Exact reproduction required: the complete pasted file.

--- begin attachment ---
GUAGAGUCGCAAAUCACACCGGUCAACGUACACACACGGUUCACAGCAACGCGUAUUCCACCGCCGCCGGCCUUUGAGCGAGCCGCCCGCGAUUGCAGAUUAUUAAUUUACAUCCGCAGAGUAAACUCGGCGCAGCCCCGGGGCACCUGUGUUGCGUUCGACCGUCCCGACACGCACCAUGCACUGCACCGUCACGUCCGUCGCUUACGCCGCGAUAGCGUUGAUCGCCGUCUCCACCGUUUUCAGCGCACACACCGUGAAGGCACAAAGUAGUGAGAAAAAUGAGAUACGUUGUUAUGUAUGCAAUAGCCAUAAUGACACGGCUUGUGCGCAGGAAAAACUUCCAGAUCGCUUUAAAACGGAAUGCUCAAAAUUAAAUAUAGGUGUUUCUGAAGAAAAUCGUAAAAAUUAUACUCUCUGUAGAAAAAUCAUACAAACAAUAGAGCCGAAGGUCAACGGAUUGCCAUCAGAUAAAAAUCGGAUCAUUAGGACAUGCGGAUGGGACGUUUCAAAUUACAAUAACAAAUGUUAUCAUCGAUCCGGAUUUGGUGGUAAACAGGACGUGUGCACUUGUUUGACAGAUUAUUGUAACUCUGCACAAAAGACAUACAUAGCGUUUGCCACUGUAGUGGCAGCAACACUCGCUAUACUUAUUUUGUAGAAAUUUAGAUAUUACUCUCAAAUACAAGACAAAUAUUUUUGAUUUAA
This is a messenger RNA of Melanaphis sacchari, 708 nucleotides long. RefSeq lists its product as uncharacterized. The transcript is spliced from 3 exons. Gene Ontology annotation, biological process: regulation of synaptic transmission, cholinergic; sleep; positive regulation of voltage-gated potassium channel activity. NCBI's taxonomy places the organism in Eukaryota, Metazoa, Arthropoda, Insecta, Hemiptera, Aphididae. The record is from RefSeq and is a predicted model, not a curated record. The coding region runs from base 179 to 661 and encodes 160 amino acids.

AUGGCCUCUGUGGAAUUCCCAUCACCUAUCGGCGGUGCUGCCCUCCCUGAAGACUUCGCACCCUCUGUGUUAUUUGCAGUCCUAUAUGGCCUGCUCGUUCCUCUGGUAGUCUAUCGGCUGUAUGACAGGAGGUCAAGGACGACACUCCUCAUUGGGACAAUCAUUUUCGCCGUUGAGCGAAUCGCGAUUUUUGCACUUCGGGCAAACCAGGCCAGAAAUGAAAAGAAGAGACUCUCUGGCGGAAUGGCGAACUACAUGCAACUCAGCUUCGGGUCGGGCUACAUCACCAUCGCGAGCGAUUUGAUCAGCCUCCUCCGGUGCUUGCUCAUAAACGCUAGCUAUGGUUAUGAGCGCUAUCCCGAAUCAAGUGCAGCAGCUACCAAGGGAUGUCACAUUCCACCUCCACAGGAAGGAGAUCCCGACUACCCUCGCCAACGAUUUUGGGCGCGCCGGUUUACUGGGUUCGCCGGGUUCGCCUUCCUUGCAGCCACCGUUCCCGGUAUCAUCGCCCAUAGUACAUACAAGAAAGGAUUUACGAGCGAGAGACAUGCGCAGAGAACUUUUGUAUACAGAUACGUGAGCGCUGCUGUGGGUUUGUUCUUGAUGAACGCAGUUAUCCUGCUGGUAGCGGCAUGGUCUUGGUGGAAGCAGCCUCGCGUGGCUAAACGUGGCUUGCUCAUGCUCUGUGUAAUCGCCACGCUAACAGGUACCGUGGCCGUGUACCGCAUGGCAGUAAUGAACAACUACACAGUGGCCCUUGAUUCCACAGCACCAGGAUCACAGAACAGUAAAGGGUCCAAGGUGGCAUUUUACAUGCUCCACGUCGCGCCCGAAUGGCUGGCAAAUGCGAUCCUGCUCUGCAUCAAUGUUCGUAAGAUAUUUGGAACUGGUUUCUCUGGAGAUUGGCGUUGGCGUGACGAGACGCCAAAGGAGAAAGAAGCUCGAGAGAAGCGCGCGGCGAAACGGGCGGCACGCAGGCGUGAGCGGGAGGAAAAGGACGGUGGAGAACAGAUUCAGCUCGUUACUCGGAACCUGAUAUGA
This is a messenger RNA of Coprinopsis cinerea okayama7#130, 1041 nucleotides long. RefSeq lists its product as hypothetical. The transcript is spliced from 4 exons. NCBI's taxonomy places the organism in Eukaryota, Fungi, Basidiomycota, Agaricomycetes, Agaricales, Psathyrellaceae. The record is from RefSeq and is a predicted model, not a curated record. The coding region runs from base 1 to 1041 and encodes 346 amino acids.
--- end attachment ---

GUAGAGUCGCAAAUCACACCGGUCAACGUACACACACGGUUCACAGCAACGCGUAUUCCACCGCCGCCGGCCUUUGAGCGAGCCGCCCGCGAUUGCAGAUUAUUAAUUUACAUCCGCAGAGUAAACUCGGCGCAGCCCCGGGGCACCUGUGUUGCGUUCGACCGUCCCGACACGCACCAUGCACUGCACCGUCACGUCCGUCGCUUACGCCGCGAUAGCGUUGAUCGCCGUCUCCACCGUUUUCAGCGCACACACCGUGAAGGCACAAAGUAGUGAGAAAAAUGAGAUACGUUGUUAUGUAUGCAAUAGCCAUAAUGACACGGCUUGUGCGCAGGAAAAACUUCCAGAUCGCUUUAAAACGGAAUGCUCAAAAUUAAAUAUAGGUGUUUCUGAAGAAAAUCGUAAAAAUUAUACUCUCUGUAGAAAAAUCAUACAAACAAUAGAGCCGAAGGUCAACGGAUUGCCAUCAGAUAAAAAUCGGAUCAUUAGGACAUGCGGAUGGGACGUUUCAAAUUACAAUAACAAAUGUUAUCAUCGAUCCGGAUUUGGUGGUAAACAGGACGUGUGCACUUGUUUGACAGAUUAUUGUAACUCUGCACAAAAGACAUACAUAGCGUUUGCCACUGUAGUGGCAGCAACACUCGCUAUACUUAUUUUGUAGAAAUUUAGAUAUUACUCUCAAAUACAAGACAAAUAUUUUUGAUUUAA
This is a messenger RNA of Melanaphis sacchari, 708 nucleotides long. RefSeq lists its product as uncharacterized. The transcript is spliced from 3 exons. Gene Ontology annotation, biological process: regulation of synaptic transmission, cholinergic; sleep; positive regulation of voltage-gated potassium channel activity. NCBI's taxonomy places the organism in Eukaryota, Metazoa, Arthropoda, Insecta, Hemiptera, Aphididae. The record is from RefSeq and is a predicted model, not a curated record. The coding region runs from base 179 to 661 and encodes 160 amino acids.

AUGGCCUCUGUGGAAUUCCCAUCACCUAUCGGCGGUGCUGCCCUCCCUGAAGACUUCGCACCCUCUGUGUUAUUUGCAGUCCUAUAUGGCCUGCUCGUUCCUCUGGUAGUCUAUCGGCUGUAUGACAGGAGGUCAAGGACGACACUCCUCAUUGGGACAAUCAUUUUCGCCGUUGAGCGAAUCGCGAUUUUUGCACUUCGGGCAAACCAGGCCAGAAAUGAAAAGAAGAGACUCUCUGGCGGAAUGGCGAACUACAUGCAACUCAGCUUCGGGUCGGGCUACAUCACCAUCGCGAGCGAUUUGAUCAGCCUCCUCCGGUGCUUGCUCAUAAACGCUAGCUAUGGUUAUGAGCGCUAUCCCGAAUCAAGUGCAGCAGCUACCAAGGGAUGUCACAUUCCACCUCCACAGGAAGGAGAUCCCGACUACCCUCGCCAACGAUUUUGGGCGCGCCGGUUUACUGGGUUCGCCGGGUUCGCCUUCCUUGCAGCCACCGUUCCCGGUAUCAUCGCCCAUAGUACAUACAAGAAAGGAUUUACGAGCGAGAGACAUGCGCAGAGAACUUUUGUAUACAGAUACGUGAGCGCUGCUGUGGGUUUGUUCUUGAUGAACGCAGUUAUCCUGCUGGUAGCGGCAUGGUCUUGGUGGAAGCAGCCUCGCGUGGCUAAACGUGGCUUGCUCAUGCUCUGUGUAAUCGCCACGCUAACAGGUACCGUGGCCGUGUACCGCAUGGCAGUAAUGAACAACUACACAGUGGCCCUUGAUUCCACAGCACCAGGAUCACAGAACAGUAAAGGGUCCAAGGUGGCAUUUUACAUGCUCCACGUCGCGCCCGAAUGGCUGGCAAAUGCGAUCCUGCUCUGCAUCAAUGUUCGUAAGAUAUUUGGAACUGGUUUCUCUGGAGAUUGGCGUUGGCGUGACGAGACGCCAAAGGAGAAAGAAGCUCGAGAGAAGCGCGCGGCGAAACGGGCGGCACGCAGGCGUGAGCGGGAGGAAAAGGACGGUGGAGAACAGAUUCAGCUCGUUACUCGGAACCUGAUAUGA
This is a messenger RNA of Coprinopsis cinerea okayama7#130, 1041 nucleotides long. RefSeq lists its product as hypothetical. The transcript is spliced from 4 exons. NCBI's taxonomy places the organism in Eukaryota, Fungi, Basidiomycota, Agaricomycetes, Agaricales, Psathyrellaceae. The record is from RefSeq and is a predicted model, not a curated record. The coding region runs from base 1 to 1041 and encodes 346 amino acids.